Online credit recovery is booming

To boost graduation rates, urban school districts are letting students pick up missing credits online, reports Education Week. The good news: That means waiving rules that require “seat time” in a classroom instead of  mastery of a subject.  The bad news: There’s no evidence that online programs work for struggling students. Can kids who failed to focus in a classroom stick with an online course? Are the standards for “mastery” high enough?

New York City, Chicago and Boston are turning to online credit recovery.  Policies differ on whether students can take online courses at home or must go to a school, but districts typically require tests to take place in a supervised setting.

Some 36 states let students to earn high school credits based on proficiency, which may include passing a test or an online course, according to Education Commission for the States. But many districts have stuck with seat-time rules. Capable students might pass out of enough courses to graduate a year or two early.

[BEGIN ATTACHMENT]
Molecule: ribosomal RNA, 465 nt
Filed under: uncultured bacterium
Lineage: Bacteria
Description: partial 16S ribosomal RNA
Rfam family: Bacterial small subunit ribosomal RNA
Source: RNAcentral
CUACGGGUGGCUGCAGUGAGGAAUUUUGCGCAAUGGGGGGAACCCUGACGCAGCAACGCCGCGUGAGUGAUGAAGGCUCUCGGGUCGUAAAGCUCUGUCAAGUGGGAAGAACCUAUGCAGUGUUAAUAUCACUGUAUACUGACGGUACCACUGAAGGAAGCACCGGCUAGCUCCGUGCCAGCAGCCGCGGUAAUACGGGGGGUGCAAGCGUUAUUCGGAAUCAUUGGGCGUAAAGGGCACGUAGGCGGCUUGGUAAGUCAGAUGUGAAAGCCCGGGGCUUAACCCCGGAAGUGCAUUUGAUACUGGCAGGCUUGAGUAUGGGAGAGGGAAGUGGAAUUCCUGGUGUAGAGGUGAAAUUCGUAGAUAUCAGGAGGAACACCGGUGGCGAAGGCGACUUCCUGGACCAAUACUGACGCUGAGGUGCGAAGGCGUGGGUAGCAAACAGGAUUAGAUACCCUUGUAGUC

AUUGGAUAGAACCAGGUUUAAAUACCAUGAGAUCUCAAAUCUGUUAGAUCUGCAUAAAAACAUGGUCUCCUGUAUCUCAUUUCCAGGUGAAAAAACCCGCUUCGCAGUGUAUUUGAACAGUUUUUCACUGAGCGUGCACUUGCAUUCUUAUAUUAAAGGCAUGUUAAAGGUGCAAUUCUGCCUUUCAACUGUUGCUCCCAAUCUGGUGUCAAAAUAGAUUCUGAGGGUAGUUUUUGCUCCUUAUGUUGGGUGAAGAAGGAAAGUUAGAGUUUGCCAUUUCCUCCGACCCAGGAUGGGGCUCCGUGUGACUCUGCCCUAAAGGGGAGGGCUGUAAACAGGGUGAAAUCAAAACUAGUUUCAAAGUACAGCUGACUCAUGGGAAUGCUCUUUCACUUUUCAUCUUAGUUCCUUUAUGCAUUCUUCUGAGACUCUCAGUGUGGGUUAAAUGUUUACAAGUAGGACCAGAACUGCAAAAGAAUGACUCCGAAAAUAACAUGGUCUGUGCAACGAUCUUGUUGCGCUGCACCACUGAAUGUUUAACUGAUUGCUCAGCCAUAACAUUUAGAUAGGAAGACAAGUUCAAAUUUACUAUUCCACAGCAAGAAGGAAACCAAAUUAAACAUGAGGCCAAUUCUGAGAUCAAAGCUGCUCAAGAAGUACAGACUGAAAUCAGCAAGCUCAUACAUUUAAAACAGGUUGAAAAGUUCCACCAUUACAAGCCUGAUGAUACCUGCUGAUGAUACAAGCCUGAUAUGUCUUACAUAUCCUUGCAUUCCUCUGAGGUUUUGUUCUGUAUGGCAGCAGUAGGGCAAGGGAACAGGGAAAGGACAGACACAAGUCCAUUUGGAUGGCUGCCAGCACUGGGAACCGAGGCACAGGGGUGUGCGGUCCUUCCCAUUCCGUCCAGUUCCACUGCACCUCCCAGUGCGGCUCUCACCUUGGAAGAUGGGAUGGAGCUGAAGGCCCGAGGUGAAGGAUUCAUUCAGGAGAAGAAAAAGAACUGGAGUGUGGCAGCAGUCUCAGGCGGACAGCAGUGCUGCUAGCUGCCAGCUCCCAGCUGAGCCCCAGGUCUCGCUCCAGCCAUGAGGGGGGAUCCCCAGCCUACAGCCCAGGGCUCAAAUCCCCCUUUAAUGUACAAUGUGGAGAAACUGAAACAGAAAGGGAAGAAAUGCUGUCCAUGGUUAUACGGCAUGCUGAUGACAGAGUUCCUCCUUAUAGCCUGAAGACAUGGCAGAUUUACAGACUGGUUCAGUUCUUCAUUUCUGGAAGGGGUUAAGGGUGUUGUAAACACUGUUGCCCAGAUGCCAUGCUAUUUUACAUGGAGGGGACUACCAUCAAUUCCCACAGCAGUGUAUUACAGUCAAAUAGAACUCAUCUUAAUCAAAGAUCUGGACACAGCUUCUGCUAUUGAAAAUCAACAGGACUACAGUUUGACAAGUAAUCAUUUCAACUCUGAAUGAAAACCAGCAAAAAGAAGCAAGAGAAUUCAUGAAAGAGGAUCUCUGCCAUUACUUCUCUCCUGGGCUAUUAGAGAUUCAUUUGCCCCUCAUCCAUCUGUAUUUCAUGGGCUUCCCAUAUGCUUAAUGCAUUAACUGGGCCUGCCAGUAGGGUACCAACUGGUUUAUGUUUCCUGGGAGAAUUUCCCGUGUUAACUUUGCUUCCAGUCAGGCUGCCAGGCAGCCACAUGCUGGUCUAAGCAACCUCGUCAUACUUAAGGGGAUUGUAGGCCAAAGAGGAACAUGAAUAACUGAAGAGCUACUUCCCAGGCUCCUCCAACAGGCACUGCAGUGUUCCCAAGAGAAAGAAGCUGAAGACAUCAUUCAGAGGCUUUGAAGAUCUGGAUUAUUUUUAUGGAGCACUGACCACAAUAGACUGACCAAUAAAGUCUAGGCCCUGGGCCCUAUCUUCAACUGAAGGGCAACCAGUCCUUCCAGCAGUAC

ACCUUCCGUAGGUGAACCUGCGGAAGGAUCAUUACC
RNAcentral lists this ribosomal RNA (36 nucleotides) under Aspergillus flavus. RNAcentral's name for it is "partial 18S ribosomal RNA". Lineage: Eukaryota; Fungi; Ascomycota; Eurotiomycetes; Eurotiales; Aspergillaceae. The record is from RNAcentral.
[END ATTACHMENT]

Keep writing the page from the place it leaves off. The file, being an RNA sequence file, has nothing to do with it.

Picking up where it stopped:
Seat-time rules are obsolete, says Carmeta P. Vaughan of America’s Promise Alliance, which works to improve graduation rates.

“The notion that students should have to sit in a chair for a certain amount of time when it’s only a certain aspect of algebra they didn’t get baffles me,” Ms. Vaughan said.

Chicago is targeting ninth graders who finish the year short of the normal six credits. Experience shows that students who fall behind in ninth grade are far less likely to graduate.

Boston is using online credit recovery for non-graduating seniors who prefer working at home to attending a traditional summer school.

New York City will introduce online credit-recovery options in 10 schools. The district has approved Apex Learning, Aventa Learning, the Florida Virtual School, CompassLearning and K12 Inc. to provide the courses.  Unlike Chicago and Boston, New York City will require students to sit in classroom computer labs with certified teachers in the room.